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Tiffany Haddish says racism makes her fearful of raising children

"I would hate to give birth to someone that looks like me knowing that they're gonna be hunted or killed," the comedian said on Carmelo Anthony's "What's In Your Glass."
Image: Today - Season 68
Tiffany Haddish appears on NBC's "TODAY" show on Aug. 7, 2019.Nathan Congleton / NBC

Actor and comedian Tiffany Haddish revealed that racism makes her fearful of raising children.

"I'm a little older now and people are always asking when I'm gonna have some babies," Haddish, 40, said Monday on an episode of NBA star Carmelo Anthony's weekly YouTube series "What's In Your Glass." "There's a part of me that would like to do that, and I always make up these excuses like, 'Oh, I need a million dollars in the bank before I do that, I need this, I need that.' But really, it’s like, I would hate to give birth to someone that looks like me knowing that they're gonna be hunted or killed."

"Like, why would I put someone through that?" the comedian added.

Anthony, father to his 13-year-old son, Kiyan, agreed that raising Black children amid racism is "scary to even think about," to which Haddish responded that racism is not something white people have to consider when it comes to planning their family.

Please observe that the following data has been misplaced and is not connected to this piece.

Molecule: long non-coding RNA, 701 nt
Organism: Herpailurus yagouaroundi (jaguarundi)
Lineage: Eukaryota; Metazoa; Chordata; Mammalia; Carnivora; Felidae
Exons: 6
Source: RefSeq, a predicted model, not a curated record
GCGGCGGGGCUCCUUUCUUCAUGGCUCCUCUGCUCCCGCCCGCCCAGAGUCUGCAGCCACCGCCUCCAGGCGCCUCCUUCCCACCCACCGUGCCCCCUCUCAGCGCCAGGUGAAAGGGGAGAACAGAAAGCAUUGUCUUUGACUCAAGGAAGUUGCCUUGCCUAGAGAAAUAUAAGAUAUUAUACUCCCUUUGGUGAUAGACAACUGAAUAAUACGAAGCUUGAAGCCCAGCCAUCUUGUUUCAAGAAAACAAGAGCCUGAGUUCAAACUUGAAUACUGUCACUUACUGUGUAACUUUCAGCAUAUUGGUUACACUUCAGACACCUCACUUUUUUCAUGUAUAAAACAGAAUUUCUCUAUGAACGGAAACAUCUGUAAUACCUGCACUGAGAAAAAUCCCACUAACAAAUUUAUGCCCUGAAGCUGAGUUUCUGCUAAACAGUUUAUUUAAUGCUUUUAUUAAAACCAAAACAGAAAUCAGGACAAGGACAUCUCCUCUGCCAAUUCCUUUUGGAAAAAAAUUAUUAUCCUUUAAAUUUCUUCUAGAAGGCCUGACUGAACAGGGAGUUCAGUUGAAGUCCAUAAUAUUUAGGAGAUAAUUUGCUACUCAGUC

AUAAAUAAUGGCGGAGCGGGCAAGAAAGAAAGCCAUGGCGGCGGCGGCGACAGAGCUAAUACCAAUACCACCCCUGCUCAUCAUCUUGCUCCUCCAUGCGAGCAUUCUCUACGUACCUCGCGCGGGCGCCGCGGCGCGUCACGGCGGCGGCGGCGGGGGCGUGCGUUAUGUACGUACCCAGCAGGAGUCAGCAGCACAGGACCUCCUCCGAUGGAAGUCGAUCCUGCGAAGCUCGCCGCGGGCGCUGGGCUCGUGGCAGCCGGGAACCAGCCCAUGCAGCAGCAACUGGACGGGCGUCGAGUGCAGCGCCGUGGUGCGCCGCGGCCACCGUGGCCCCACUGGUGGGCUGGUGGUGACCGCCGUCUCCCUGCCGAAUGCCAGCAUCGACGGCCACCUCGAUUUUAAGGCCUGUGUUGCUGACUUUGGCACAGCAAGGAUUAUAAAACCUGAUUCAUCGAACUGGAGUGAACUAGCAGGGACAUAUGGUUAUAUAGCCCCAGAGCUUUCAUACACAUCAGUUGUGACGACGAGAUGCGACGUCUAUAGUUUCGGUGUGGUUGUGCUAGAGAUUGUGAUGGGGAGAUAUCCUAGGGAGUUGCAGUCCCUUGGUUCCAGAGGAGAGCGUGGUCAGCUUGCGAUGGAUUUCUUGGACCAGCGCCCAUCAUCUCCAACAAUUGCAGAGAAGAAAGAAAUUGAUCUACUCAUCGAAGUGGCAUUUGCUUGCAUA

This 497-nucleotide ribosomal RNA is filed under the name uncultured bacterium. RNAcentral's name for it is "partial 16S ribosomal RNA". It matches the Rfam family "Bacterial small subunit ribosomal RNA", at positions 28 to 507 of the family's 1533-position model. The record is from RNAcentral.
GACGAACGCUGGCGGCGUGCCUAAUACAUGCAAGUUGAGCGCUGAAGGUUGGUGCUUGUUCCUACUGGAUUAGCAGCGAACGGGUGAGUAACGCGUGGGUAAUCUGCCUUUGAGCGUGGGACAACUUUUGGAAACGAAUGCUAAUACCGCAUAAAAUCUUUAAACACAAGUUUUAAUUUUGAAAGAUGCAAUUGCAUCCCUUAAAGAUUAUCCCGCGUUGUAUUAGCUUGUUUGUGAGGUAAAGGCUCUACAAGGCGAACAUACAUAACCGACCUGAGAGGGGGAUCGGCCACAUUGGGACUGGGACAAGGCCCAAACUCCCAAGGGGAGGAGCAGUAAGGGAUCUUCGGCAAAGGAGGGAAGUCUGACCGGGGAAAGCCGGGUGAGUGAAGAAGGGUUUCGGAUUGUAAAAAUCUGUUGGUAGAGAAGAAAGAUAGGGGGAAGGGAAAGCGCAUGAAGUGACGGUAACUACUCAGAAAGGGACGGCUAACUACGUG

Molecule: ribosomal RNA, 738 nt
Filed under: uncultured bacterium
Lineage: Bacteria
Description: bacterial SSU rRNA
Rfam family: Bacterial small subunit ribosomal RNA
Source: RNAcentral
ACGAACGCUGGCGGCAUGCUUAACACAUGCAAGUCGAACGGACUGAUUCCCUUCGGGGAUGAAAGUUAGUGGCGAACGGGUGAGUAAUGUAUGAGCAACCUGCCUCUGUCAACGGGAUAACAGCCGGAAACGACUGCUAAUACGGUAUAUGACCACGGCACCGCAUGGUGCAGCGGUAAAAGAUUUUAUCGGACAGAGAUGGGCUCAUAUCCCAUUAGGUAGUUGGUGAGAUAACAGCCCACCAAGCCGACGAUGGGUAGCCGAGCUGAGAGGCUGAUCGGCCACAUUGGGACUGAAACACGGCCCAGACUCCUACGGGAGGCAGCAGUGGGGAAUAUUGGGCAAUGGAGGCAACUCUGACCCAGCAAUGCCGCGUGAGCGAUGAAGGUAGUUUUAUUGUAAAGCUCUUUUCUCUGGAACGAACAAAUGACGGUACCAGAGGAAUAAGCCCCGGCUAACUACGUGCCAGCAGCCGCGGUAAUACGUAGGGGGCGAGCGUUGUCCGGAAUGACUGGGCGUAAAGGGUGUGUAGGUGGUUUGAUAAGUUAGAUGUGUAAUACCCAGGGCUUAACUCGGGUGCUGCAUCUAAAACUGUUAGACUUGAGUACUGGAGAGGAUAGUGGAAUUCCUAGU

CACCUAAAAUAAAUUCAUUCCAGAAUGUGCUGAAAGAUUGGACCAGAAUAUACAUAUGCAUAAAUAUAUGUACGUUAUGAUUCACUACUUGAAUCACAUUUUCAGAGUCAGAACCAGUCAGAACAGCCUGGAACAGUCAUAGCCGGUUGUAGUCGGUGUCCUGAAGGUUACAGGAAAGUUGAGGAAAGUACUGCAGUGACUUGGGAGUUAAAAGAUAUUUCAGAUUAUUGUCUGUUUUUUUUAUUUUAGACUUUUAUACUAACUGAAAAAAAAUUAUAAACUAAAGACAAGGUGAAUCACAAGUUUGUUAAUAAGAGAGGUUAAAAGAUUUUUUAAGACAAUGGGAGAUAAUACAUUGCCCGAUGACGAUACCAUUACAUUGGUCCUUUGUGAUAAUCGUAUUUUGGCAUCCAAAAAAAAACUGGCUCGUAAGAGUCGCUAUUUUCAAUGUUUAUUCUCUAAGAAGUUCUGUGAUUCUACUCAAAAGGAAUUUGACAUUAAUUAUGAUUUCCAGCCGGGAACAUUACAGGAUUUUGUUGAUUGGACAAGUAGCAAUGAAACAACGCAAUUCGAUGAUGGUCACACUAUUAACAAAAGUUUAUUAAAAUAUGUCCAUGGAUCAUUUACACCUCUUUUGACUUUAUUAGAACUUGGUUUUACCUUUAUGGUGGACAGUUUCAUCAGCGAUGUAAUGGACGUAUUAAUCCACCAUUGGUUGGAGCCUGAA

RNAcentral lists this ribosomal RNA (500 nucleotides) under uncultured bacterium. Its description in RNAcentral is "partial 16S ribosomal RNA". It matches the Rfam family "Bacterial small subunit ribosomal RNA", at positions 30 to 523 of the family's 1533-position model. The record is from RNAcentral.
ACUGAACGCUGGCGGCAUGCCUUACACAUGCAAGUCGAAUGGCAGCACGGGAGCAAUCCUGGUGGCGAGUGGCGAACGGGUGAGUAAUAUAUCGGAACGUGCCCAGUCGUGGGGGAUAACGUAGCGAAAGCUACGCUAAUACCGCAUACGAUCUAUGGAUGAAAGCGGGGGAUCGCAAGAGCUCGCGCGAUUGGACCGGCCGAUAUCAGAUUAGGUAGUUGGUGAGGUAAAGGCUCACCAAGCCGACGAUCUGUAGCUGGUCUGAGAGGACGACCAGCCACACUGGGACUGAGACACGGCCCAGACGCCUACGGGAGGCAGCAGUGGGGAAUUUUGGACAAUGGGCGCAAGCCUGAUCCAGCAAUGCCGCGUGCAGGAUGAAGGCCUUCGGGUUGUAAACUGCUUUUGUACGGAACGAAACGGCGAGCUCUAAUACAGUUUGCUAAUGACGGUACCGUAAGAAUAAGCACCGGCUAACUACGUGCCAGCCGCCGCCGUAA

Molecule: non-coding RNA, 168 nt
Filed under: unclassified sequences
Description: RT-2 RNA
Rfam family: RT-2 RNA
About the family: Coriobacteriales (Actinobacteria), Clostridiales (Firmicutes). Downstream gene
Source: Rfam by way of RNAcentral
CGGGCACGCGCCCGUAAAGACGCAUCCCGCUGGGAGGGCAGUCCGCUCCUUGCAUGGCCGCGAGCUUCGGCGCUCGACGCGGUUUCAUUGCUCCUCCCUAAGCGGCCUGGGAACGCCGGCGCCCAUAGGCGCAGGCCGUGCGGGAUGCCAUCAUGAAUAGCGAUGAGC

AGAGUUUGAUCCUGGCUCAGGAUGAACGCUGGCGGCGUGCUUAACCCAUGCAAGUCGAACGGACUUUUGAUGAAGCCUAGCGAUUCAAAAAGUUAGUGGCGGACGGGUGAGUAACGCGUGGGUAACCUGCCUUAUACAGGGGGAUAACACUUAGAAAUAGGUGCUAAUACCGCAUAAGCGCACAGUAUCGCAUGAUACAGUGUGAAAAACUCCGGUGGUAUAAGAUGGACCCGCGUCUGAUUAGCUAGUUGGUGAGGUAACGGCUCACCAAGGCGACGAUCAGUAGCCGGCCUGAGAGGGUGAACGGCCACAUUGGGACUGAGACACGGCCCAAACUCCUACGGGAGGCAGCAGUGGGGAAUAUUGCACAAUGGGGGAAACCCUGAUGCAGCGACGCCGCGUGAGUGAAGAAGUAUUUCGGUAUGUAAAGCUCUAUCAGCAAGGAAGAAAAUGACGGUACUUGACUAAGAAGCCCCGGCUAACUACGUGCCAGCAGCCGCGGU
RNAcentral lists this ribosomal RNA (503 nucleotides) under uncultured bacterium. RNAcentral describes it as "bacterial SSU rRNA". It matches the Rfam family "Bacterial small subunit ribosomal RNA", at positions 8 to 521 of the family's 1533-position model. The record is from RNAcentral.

"And white people don't have to think about that, that's something they don't have to think about," Haddish said. "It's time to talk about that, and how we have to come together as a community and work as a unit. And maybe we don't all agree on the same things, but we need to just find some common ground and move forward as human beings."

Haddish told CNN at a June Black Lives Matter protest that she can't drive to Beverly Hills "without being pulled over" and that she wonders whether it'll be her "last day" each time she's stopped by police.

"There's certain people in my family, if they walk out the door, they might not come back. I try to laugh and figure out a way to make it funny," Haddish told the outlet. "It's really hard. I got PTSD watching my friends being killed by the police. It's scary. You shouldn't be scared to be in America."

Haddish told Anthony that the death of George Floyd at the hands of Minneapolis police caused her to cry everyday about how Black people are routinely "hunted and slaughtered" and that she urges young Black women in particular to be "as informed as possible" and to not "be afraid to get involved in your community and live your best life."

"We’re all trying to figure out, how do you fix this?” Haddish said. “How do you stop this? And all I can think is, ‘how do we change people’s hearts?’ and that’s what I’ve been trying to do my whole career. Everybody wants to be happy. Nobody wants to see their family slaughtered.”